Driving through Tel Aviv can be unnerving. I find people either drive so close to the car in front, that their bonnet becomes an extension of your boot, or else they toot and beep and curse you out of the way.
What’s the rush?
It seems to be a cultural issue. Israeli’s, and not all Israeli’s, but a good chunk of them, are in a hurry. In a hurry to be first in line, to speak before you have finished saying what you intended to say, to beep you out of their way, get the better of you before you get the better of them, to demand rather than ask. To simply be the best, which is often interpreted in being the first.
So many of my conversations with Israeli’s, Palestinians and immigrants have looked at this issue. I don’t introduce it. They do and I can see it impacts life here tremendously. For the new immigrants, born in countries where ‘please and thank you’ are a cultural expectation, it can appear that many people here are just plain rude, but I think there is more to the story than meets the eye.
I wonder if part of the reason is that because Jews have historically undergone so much pain and suffering we have developed an innate fear of not having time to live out our lives fully. Coupled with that I am guessing we have a belief that unless we make ourselves seen and heard we run the risk of being overlooked. After all, Jews know what it is like to be disregarded and unheeded over and over again, especially when we most needed to our fellow humans to step in and speak up and indeed save our lives.
I also think that part of the issue here is what Rabbi Michael Lerner calls National Post Traumatic Stress Disorder. In his 2008 Reflection on Israel’s 60th Rabbi Michael Lerner explores the reasons behind both the Jewish and Palestinian Post Stress Disorder that permeates both cultures. In this paper, to which I was present in Shalom College in Sydney that year, Rabbi Lerner stresses the undeniable impact of the “ United States and all other countries — including the Christian, Muslim, Hindu, and Buddhist countries — closing their doors to Jews seeking refuge from the murder of millions of Jews by the fascists, and while the Palestinian people’s leadership used their influence with the British to ensure that Jews would not be able to settle in our ancient homeland both during and immediately after the Second World War , hundreds of thousands of survivors languished in displaced persons’ camps in Europe, the Zionist movement championed the need for a state of the Jewish people with its own army and its own territory.”
” For a people who had been stateless for 20 centuries, who were forced to depend on the often-absent “good will” of their hosts in Europe, Africa, and Asia, the prospect of a homeland, prayed for everyday by Jews around the world for 2,000 years, seemed to be at once impossible and yet the only imaginable redemption from the trauma of the Holocaust and the previous centuries of suffering and insecurity.”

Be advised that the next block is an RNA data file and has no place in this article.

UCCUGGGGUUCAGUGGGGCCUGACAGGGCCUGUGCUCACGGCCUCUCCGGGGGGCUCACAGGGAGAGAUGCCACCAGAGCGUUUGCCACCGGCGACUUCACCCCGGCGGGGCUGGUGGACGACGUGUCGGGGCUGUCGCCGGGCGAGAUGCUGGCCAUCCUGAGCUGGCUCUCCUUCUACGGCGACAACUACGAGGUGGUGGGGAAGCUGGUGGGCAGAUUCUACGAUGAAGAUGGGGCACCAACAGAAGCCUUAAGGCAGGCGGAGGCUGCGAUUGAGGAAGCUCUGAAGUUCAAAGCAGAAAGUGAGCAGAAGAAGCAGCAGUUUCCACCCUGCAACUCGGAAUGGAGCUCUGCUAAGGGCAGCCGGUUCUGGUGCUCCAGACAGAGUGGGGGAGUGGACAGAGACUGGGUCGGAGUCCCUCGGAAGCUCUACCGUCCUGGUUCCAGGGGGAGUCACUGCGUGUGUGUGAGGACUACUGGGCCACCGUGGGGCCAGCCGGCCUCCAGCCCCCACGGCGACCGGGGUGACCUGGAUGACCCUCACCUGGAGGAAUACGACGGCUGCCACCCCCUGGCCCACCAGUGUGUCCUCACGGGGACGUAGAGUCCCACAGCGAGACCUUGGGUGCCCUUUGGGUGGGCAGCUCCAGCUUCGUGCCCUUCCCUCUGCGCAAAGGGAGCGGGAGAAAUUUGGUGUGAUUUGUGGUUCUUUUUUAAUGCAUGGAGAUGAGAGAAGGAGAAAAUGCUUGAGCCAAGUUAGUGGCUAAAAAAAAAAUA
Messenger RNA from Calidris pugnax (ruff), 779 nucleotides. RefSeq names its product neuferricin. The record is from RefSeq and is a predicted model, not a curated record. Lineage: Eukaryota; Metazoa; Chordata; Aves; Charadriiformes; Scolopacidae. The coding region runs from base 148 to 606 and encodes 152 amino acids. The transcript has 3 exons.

The symptoms of Post Traumatic Stress disorder include:
Irritability or outbursts of anger
Hypervigilance (on constant “red alert”)
Feeling jumpy and easily startled
Anger and irritability
Guilt, shame, or self-blame
Feelings of mistrust
Depression and hopelessness
Although the vast majority of Israelis do not go through life with all these symptoms, the mass consciousness of Israel seems to carry a significant number of them.
To say Israelis work hard is an understatement. I find Israelis incredibly busy people in general. Because of the low salaries they also work very, very long hours. It is quite normal to finish work at 8, 9, or even 10 pm. Then there are the extra activities. Dance, painting, courses, bike riding, cross fit and the list goes on. I have friends here that volunteer for two three and even four organisations a week!! The children do so many activities it’s a wonder they wake up in time for school. Again I wonder what drives this need to fill the days to the brim with everything possible.
Could it be that once again, by living under the cloud of war and persecution for so many years, Israeli’s try to live each day as if it might be their last? Filling every moment with purpose. The problem is that when we fill our days with so much we are often too tired, rushed and stressed to enjoy anything.
The most common sentence I hear is, “There’s no time.” When we fill every waking moment with activities and then discover that there is no time for the spontaneous and incidental things that arise, naturally we could believe there is no time. But time is not limited. Time is an infinite vibration that goes on forever. What does happen is that when we fill our diaries with more and more things to do we paradoxically find our lives shrinking with lack of space. Lack of space to stretch, to think, to contemplate, ponder, daydream and relax. These are as essential to a well-lived life as eating and sleeping.
I have always believed that meditation, daydreaming, and specific silent times should be available in schools. Every school and every child has the right to daydream, to be quiet, to commune with nature. The problem is that as long as we adults continue to rush around filling our lives with activities, the only thing we can be sure of is that we are simply building a new generation of children who will believe the illusion that there simply isn’t enough time. And you know and I know that’s just not true.